Nov 282010
Image representing StatSheet as depicted in Cr...
Image via CrunchBase

ONLY human writers can distill a heap of sports statistics into a compelling story. Or so we human writers like to think.

StatSheet, a Durham, N.C., company that serves up sports statistics in monster-size portions, thinks otherwise. The company, with nine employees, is working to endow software with the ability to turn game statistics into articles about college basketball games.

Established in 2007, provides statistical analysis of college football and basketball,Nascar and other sports. It dices data in more ways than any fan could possibly absorb. But charts, graphs and rankings alone cannot replace words that tell a story. We humans love stories; a craving for narrative seems part of our nature.

This month, StatSheet unveiled StatSheet Network, made up of separate Web sites for each of the 345 N.C.A.A. Division I men’s basketball teams. Beyond statistics galore, each site has what the company calls “automated content,” stories written entirely by software, including write-ups of the team’s games, past and future. With a joking wink, StatSheet’s founder, Robbie Allen, refers to these sites as the “Robot Army.”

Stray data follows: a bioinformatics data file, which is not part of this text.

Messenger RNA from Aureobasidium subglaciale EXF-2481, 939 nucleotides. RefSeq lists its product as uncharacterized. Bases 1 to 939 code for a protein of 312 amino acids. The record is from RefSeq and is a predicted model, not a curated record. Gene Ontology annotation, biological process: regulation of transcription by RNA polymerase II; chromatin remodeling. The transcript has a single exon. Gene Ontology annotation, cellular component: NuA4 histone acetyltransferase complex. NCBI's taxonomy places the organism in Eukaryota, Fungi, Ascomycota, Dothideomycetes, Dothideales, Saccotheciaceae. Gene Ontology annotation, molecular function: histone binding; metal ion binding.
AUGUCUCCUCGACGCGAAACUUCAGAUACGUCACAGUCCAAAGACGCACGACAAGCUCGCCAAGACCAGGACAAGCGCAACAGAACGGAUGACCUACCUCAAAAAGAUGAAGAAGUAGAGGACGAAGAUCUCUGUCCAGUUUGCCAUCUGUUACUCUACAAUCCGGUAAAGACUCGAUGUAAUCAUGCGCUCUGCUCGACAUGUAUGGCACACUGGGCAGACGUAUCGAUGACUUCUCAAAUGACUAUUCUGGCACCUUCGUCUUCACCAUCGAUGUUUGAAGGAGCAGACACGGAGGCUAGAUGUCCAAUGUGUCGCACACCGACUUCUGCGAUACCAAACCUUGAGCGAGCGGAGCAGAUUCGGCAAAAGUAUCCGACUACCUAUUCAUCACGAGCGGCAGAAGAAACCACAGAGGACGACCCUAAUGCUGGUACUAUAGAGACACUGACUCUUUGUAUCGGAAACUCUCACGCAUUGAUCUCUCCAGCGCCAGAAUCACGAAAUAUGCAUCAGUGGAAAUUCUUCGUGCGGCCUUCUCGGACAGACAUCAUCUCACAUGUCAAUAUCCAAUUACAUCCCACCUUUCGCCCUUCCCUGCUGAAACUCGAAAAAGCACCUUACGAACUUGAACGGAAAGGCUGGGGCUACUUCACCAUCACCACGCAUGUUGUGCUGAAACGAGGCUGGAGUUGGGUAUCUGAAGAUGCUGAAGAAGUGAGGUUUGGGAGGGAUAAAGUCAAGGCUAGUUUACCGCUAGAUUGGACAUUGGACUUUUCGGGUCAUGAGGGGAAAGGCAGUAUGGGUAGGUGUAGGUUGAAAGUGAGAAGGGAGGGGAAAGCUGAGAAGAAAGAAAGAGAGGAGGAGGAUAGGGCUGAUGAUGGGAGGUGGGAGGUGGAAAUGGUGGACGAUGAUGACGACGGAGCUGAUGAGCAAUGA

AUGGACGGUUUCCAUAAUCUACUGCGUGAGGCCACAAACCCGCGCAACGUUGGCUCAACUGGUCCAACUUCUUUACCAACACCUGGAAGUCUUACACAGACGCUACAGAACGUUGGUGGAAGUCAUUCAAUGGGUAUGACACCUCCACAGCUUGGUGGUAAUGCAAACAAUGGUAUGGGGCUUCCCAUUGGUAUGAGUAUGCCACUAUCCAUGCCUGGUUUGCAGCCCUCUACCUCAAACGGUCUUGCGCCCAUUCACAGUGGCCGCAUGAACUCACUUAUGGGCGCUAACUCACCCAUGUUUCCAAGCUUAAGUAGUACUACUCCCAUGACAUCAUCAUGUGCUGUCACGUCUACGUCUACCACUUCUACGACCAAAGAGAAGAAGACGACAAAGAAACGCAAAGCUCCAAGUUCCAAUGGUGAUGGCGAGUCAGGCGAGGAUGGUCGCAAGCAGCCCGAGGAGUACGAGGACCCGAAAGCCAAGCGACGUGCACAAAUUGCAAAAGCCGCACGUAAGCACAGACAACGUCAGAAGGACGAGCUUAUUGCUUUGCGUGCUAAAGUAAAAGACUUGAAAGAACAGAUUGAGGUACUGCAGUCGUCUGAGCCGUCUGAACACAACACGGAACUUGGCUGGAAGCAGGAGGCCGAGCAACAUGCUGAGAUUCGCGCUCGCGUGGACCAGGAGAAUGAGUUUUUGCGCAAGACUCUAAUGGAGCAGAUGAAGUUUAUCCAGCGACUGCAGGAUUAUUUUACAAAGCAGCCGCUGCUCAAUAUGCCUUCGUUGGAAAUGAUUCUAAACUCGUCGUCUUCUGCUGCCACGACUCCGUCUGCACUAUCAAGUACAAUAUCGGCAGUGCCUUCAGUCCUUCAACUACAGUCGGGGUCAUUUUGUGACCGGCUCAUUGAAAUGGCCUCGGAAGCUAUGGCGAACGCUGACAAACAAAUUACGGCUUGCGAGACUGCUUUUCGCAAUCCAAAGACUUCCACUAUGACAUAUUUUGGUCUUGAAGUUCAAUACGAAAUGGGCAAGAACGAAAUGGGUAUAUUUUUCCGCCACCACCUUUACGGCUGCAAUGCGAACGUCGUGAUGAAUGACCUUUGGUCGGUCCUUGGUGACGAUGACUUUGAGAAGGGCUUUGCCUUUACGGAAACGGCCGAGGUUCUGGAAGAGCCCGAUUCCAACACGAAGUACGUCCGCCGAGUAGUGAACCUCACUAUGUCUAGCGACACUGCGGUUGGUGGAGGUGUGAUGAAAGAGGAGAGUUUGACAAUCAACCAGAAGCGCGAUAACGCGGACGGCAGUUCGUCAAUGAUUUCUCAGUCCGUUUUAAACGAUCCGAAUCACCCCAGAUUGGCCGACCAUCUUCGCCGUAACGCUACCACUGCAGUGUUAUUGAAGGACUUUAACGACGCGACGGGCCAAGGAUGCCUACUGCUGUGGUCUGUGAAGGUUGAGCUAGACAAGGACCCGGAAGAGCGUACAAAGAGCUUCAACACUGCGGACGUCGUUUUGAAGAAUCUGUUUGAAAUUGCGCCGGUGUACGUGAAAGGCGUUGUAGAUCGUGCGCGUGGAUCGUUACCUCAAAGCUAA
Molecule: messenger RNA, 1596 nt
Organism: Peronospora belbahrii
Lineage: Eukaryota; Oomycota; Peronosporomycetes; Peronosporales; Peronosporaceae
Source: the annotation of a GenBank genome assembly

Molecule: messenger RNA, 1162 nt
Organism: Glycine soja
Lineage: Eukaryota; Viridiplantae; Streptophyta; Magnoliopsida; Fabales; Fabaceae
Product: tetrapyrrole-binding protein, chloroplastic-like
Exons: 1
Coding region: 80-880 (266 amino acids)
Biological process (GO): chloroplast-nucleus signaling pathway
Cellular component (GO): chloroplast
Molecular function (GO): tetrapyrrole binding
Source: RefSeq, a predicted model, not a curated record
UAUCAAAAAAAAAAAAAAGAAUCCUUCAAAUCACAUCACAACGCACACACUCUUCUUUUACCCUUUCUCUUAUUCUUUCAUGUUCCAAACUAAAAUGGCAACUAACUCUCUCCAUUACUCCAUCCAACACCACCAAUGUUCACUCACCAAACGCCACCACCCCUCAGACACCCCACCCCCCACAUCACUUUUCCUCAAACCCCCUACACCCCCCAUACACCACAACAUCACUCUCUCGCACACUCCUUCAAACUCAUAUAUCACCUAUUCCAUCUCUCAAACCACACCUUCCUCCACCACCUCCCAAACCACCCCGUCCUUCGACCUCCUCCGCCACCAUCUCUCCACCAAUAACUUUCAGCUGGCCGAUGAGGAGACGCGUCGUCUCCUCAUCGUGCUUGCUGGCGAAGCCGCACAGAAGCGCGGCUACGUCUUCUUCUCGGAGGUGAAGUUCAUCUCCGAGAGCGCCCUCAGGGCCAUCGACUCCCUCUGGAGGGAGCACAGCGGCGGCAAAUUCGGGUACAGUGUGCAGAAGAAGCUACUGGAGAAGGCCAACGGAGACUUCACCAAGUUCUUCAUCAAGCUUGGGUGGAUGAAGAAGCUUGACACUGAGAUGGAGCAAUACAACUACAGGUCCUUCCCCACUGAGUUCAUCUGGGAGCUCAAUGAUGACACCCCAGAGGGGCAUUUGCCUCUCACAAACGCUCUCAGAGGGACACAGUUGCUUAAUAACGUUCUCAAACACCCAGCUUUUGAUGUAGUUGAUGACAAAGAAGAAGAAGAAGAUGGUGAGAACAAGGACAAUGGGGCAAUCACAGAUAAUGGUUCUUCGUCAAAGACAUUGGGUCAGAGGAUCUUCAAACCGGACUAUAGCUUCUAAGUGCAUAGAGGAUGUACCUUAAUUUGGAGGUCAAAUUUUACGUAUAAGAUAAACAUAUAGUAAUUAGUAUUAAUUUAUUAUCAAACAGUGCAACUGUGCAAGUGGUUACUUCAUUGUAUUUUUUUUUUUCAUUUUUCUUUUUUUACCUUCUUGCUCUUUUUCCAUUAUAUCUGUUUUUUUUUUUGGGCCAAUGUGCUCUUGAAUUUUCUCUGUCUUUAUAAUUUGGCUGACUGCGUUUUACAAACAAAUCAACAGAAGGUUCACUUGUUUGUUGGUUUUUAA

Each team’s StatSheet Web site is located at a freestanding Web address, conveying the sense that it is wholly invested in the interests of that school’s fans. (To find a domain name, a fan first visits

The software is imbued with the smarts to flatter each particular team. The same statistics, documenting the same game, produce an entirely different write-up and headline at the opposing team’s page.

A team like No. 1-ranked Duke — whose StatSheet Network Web site is — does not lack for attention from human sports writers. But StatSheet expects that the sports programs of smaller schools will appreciate the advent of robot journalism.

“There are at least 200 Division I schools that the large sports media companies give no attention to,” says Mr. Allen at StatSheet. “Once we have the algorithm in place, there’s no cost to adding the Lamars and Elons to the Dukes and U.N.C.’s.”

Small schools are less likely to have large alumni bases and to draw significant traffic, Mr. Allen said, so he is knocking on their doors to explore licensing partnerships.

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